Has Alice Frikkin a Ghost of a Chance?
In a departure of style from his intense, thought-provoking plays (Butcherbirds Cry at Midnight, Echoes in the Mist and Gathering Shadows) local playwright, David Scott, entertained a small, responsive audience with the premiere of his latest work; a comedy/fantasy Has Alice Frikkin a Ghost of a Chance?
Set in the present, Alice Frikkin (Kellie Eatock) is a lonely but friendly and beautiful ghost haunting an old house, and she has no memory of her past. When the Crapp family buys the abandoned, “renovator’s delight” and move in everything changes — for everyone. Frank Crapp (Kevin Ryan) and his son Steve Crapp (Jack Harbour) immediately set about the task at hand, while Frank’s wife Mary Crapp (Pam Ryan) unpacks boxes and reluctantly commences setting up home. Their daughter Zyste Crapp (Mish Graham) has adopted a Goth persona to express/find herself.
Aside from a local drunk (Kevin Smith), Uncle Jim (Trevor Love) is the first mortal to see Alice. Alice and the naïve Steve soon fall in love. Stalker-Brown clearly visualized the association of the ghost Alice and the mortal Steve as a remote closeness. They got very close but never touched each other — cleverly heightening the sense of the ‘two separate worlds’.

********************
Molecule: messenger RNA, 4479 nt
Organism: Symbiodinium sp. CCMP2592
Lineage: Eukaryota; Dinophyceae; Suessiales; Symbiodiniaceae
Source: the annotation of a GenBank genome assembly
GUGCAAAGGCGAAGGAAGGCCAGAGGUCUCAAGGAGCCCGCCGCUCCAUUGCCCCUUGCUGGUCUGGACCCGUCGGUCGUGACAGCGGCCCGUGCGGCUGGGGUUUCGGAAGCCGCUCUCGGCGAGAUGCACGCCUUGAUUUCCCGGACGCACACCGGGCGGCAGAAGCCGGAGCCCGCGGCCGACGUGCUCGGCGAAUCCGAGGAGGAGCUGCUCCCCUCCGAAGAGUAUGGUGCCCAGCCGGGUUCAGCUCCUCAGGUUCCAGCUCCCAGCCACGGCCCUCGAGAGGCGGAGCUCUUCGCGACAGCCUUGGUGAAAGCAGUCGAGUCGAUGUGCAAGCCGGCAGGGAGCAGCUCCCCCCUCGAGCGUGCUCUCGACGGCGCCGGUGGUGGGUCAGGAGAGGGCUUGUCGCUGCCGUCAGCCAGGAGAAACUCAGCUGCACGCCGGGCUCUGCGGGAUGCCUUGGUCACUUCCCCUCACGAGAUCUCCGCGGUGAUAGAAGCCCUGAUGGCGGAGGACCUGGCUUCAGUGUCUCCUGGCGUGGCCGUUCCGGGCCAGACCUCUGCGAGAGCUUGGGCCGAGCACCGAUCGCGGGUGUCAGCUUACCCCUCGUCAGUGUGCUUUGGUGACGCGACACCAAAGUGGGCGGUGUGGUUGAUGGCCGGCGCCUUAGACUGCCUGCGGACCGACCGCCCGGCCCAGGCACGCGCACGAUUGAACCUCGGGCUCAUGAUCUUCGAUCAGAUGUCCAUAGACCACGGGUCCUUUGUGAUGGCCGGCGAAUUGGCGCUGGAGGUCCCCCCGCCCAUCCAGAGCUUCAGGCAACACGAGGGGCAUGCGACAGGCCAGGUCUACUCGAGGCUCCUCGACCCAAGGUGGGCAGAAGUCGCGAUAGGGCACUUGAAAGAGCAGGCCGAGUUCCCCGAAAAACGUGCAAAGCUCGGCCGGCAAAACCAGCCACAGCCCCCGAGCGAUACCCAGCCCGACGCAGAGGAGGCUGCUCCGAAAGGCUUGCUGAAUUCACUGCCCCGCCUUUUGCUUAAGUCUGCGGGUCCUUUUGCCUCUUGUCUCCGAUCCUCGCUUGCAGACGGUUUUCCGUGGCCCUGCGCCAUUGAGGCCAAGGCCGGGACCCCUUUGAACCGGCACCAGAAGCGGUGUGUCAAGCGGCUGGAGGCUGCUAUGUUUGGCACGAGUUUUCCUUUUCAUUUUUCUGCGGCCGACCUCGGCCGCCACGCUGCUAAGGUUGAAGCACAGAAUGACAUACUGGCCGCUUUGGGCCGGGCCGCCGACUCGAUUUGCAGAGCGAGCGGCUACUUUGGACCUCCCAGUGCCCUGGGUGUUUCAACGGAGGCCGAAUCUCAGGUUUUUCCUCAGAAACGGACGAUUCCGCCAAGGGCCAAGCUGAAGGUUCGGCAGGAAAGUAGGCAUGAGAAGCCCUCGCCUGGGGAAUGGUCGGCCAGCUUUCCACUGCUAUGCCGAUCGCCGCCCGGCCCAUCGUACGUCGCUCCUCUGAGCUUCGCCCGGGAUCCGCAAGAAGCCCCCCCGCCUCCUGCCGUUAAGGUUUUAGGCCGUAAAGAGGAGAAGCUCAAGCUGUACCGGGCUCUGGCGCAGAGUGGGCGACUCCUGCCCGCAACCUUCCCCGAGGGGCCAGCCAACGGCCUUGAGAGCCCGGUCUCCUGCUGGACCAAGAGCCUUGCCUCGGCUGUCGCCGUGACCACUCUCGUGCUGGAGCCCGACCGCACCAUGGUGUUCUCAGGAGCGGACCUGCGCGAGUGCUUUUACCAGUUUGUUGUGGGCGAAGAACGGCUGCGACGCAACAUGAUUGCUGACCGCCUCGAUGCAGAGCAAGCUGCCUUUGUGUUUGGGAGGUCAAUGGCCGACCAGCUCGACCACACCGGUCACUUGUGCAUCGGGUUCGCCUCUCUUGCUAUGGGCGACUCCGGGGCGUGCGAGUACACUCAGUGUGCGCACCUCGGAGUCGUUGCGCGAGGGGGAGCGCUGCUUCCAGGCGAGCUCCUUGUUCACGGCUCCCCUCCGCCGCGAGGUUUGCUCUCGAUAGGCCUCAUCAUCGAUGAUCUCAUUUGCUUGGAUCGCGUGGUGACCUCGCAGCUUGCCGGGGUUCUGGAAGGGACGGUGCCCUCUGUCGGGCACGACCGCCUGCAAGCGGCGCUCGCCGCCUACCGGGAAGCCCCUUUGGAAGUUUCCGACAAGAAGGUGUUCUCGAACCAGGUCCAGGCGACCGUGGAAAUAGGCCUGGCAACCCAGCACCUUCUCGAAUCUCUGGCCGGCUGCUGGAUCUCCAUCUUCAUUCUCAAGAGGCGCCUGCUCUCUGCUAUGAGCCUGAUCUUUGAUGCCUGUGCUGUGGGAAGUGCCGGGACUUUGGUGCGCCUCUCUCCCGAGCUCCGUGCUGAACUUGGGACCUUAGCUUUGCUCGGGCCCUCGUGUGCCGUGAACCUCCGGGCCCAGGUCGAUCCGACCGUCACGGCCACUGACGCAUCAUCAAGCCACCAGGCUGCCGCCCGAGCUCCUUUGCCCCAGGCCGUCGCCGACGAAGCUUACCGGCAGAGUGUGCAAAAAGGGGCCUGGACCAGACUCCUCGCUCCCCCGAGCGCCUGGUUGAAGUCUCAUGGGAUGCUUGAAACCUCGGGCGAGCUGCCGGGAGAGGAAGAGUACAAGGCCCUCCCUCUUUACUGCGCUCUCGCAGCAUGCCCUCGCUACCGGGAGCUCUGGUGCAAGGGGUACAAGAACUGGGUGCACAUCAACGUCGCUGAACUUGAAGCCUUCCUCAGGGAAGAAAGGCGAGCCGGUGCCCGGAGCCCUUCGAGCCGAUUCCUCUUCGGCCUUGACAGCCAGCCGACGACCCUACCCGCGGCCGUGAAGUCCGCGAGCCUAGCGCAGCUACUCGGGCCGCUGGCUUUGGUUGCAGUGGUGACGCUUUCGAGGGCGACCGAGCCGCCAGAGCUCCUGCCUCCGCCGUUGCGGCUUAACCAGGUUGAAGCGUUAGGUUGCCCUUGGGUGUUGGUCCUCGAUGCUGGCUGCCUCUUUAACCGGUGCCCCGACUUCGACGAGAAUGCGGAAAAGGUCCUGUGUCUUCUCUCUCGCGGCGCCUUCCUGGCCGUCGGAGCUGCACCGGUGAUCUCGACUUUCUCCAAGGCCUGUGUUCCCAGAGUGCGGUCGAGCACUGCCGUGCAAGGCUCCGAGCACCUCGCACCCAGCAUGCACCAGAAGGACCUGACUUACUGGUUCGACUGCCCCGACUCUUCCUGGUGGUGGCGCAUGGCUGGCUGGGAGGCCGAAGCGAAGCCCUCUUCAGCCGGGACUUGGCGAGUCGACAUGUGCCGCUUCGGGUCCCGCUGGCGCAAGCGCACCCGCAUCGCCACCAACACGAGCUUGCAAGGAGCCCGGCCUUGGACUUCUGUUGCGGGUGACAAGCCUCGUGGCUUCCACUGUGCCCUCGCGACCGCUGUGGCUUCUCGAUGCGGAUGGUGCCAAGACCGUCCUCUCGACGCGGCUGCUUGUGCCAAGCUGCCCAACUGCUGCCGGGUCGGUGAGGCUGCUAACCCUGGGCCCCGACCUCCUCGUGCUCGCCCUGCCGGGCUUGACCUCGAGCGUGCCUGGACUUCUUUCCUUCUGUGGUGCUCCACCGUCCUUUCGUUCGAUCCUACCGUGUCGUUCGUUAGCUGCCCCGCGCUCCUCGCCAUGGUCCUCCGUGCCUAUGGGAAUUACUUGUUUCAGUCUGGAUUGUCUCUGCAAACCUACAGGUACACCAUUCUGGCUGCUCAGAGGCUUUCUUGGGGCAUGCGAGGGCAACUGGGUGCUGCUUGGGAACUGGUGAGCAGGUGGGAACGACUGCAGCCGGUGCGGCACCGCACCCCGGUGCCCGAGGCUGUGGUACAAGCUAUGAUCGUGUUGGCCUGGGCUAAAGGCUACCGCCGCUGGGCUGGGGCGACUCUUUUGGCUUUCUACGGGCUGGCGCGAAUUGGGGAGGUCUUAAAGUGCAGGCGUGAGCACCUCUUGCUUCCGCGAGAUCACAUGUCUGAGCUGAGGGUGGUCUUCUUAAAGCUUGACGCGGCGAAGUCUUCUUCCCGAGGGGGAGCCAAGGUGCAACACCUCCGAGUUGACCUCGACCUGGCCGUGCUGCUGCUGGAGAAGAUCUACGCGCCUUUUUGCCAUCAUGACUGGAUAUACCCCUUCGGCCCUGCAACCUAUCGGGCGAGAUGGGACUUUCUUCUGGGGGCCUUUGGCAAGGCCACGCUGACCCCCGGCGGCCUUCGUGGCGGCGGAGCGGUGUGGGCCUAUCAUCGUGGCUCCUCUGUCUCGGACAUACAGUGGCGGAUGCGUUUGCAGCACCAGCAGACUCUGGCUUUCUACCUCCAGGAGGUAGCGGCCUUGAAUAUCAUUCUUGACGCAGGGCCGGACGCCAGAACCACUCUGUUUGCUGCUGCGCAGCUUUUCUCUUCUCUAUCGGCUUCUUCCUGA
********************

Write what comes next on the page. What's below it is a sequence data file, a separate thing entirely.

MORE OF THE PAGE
In a simple, classic box-set, the lighting was straight forward. The use of a pale steel blue-white heightened Alice’s presence; while the warm amber glow from the solitary candle was effective. Sound effects (a howling wolf, wind and thunder) were not overdone, being appropriate where used.
A cameo appearance by the playwright (David Scott), in ghostly form, as Alice’s shunned suitor completes the story for the odd-ball members of the family who have to deal with someone even stranger than themselves!
Russell E Williams
Photographer: Shane Caddaye.